From the playgrounds of inner city Washington D.C. to the glitz of Hollywood, Elgin Baylor’s journey through life has been extreme and unusual. The journey began in the segregated neighborhoods of the Nation’s Capital, and would include Caldwell, Idaho; Seattle, Washington; Minneapolis, Minnesota; and finally Southern California.
Baylor was a legend on the playgrounds of Washington D.C. He was simply the best player ever to come out of the District of Columbia. He starred for the Southwest Boys Club, then became a 3-time All-City selection at Phelps Vocational High School and then the brand new Spingarn High School his senior year. He obliterated the City’s single game scoring record that year by pouring in 63 points against his former school, Phelps. He broke the record of Jimmy Wexler by eleven points. When Wexler broke Baylor’s record the year before, the Washington Post had given it massive coverage. A two banner headline and a full article. This time, Baylor’s feat earned a corner spot in the Sports Section and a few lines. Such was the fate of a black phenom in the 1950s.
After the season while sifting through offers about his future, including a contract offer from the Harlem Globetrotters, Baylor would be involved in a game that would forever change basketball in the Nation’s Capital. Sam Lacy, the sports editor of The Baltimore Afro-American newspaper organized a game between the best black players in the community and the best white players. This was a first, and neither side had any trouble recruiting players, but the principals at some of the white high schools refused to allow their students to participate. This forced the white team to go after players who had already graduated. One of them was Jimmy Wexler.
For the first time Jim Wexler would face Elgin Baylor on the basketball court. The game was played at a 900 seat junior high school gym, 1500 people showed up. Wexler and Baylor greeted each other before the game. They shook hands and said “Good Luck.”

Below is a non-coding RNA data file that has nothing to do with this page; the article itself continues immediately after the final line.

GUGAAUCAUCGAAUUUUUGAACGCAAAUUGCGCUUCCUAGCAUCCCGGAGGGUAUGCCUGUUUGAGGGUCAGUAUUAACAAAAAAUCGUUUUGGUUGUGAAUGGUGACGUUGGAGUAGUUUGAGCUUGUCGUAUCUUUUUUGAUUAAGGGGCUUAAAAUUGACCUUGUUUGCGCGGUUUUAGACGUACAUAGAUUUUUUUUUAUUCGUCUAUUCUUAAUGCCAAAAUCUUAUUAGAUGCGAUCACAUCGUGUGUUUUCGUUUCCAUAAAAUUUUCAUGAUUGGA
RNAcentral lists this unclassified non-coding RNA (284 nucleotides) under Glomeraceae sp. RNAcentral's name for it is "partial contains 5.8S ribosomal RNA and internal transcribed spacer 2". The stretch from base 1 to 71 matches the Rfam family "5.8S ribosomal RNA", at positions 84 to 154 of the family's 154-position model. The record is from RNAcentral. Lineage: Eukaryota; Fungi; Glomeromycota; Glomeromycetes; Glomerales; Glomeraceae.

Wexler was guarding Elgin in the first half when Baylor made a spin move to the basket and went in for a two handed reverse dunk. Baylor said of the play, “I don’t think anyone had seen a reverse dunk before. I had never done a reverse dunk before.”
Wexler was not intimidated, he went for 34 points, but the game was never close. The all-black team won by 25! Elgin Baylor tallied 44. Years later Wexler remembered Baylor, “He showed me basketball at a totally different level, another world, heads, and shoulders above anything I’d ever seen. He could do everything.”
Since Baylor hadn’t graduated from high school, most colleges were reluctant to recruit him. Seton Hall and Duquesne made inquiries, but no firm offers were made. Finally in August an offer came. The College of Idaho in far off Caldwell, Idaho, offered a full ride if Elgin would play both football and basketball.
That’s how a black kid from inter-city Washington D.C. wound up in Caldwell, Idaho.
His year in Idaho was magnificent. The students were friendly and supportive, the basketball team excellent. They went 25-4 with Baylor averaging over 31 points a game. They made the Divisional playoffs, but would be bounced out in the first round. With the season over, Elgin had kept his grades up and was looking forward to his sophomore year. Things didn’t work out as planned. Due to financial concerns the College of Idaho eliminated their basketball program, and again Elgin was looking for someplace to play.
Seattle University was the only suitor, and after visiting the campus he decided to transfer. In two seasons at Seattle, Baylor led the Chieftains to the NIT in 1957 and a second place finish in the NCAA Tournament in 1958.
Chosen with the #1 pick in the 1958 NBA draft by the Minneapolis Lakers, he took a team that went 19-53 in 1957-58 and led them to the NBA Finals, averaging 27.4 points and 13.5 rebounds a game in his rookie season. He finished third in the MVP voting behind Bob Pettit and Bill Russell. Baylor would spend one more year in Minneapolis and then the Lakers would move to Los Angeles after the 1959-60 season. The Lakers had the #2 pick in the 1960 draft, and they used it to select a player who will forever be tied to Elgin Baylor, Jerry West out of the University of West Virginia. For the next ten years they would be the core of one of the elite teams in the NBA.